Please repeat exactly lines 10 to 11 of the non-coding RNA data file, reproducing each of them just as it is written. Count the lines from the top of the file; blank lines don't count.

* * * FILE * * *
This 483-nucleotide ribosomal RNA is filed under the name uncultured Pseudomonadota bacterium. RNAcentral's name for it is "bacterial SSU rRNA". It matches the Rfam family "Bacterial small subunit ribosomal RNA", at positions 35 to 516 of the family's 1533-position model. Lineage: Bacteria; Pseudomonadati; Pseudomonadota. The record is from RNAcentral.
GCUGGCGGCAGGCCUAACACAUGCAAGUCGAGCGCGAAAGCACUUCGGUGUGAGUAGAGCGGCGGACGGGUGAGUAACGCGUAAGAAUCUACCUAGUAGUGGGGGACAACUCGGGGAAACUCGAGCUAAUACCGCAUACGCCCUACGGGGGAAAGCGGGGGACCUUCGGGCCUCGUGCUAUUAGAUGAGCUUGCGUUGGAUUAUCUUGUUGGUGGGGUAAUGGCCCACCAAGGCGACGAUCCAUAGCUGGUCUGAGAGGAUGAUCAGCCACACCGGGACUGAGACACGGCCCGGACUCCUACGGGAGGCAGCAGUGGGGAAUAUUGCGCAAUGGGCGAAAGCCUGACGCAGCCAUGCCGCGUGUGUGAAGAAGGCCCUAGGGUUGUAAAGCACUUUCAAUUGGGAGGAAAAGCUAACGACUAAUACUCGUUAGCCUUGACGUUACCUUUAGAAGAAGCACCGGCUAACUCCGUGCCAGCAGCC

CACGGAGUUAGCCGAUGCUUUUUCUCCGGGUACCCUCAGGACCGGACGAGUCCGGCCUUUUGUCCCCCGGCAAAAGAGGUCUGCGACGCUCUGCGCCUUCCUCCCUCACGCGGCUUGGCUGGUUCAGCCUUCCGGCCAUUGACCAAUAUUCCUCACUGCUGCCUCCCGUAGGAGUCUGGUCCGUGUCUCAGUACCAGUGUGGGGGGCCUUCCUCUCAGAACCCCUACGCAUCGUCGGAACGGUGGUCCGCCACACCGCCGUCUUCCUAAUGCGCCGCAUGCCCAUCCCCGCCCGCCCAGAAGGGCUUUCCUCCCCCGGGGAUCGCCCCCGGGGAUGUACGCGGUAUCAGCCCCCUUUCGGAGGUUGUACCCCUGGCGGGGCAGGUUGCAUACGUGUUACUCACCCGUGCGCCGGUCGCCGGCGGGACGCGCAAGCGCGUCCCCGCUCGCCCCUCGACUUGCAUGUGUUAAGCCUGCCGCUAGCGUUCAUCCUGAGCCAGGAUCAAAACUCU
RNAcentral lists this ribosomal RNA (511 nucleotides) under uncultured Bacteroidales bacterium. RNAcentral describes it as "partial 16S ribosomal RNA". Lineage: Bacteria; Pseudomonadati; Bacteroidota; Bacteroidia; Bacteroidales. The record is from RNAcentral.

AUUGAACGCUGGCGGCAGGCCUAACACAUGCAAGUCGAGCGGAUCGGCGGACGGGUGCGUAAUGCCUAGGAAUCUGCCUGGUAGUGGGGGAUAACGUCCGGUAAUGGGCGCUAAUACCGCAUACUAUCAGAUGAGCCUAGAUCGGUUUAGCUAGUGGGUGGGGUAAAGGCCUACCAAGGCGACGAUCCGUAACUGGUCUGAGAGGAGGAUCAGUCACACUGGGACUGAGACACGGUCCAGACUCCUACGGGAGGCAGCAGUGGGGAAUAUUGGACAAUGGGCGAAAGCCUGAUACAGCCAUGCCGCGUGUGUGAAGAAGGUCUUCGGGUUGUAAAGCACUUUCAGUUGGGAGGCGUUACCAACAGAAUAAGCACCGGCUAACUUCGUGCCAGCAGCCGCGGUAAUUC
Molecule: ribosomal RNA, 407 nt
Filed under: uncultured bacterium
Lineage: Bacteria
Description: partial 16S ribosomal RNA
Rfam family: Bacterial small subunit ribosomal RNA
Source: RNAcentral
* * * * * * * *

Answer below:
Rfam family: Bacterial small subunit ribosomal RNA
Source: RNAcentral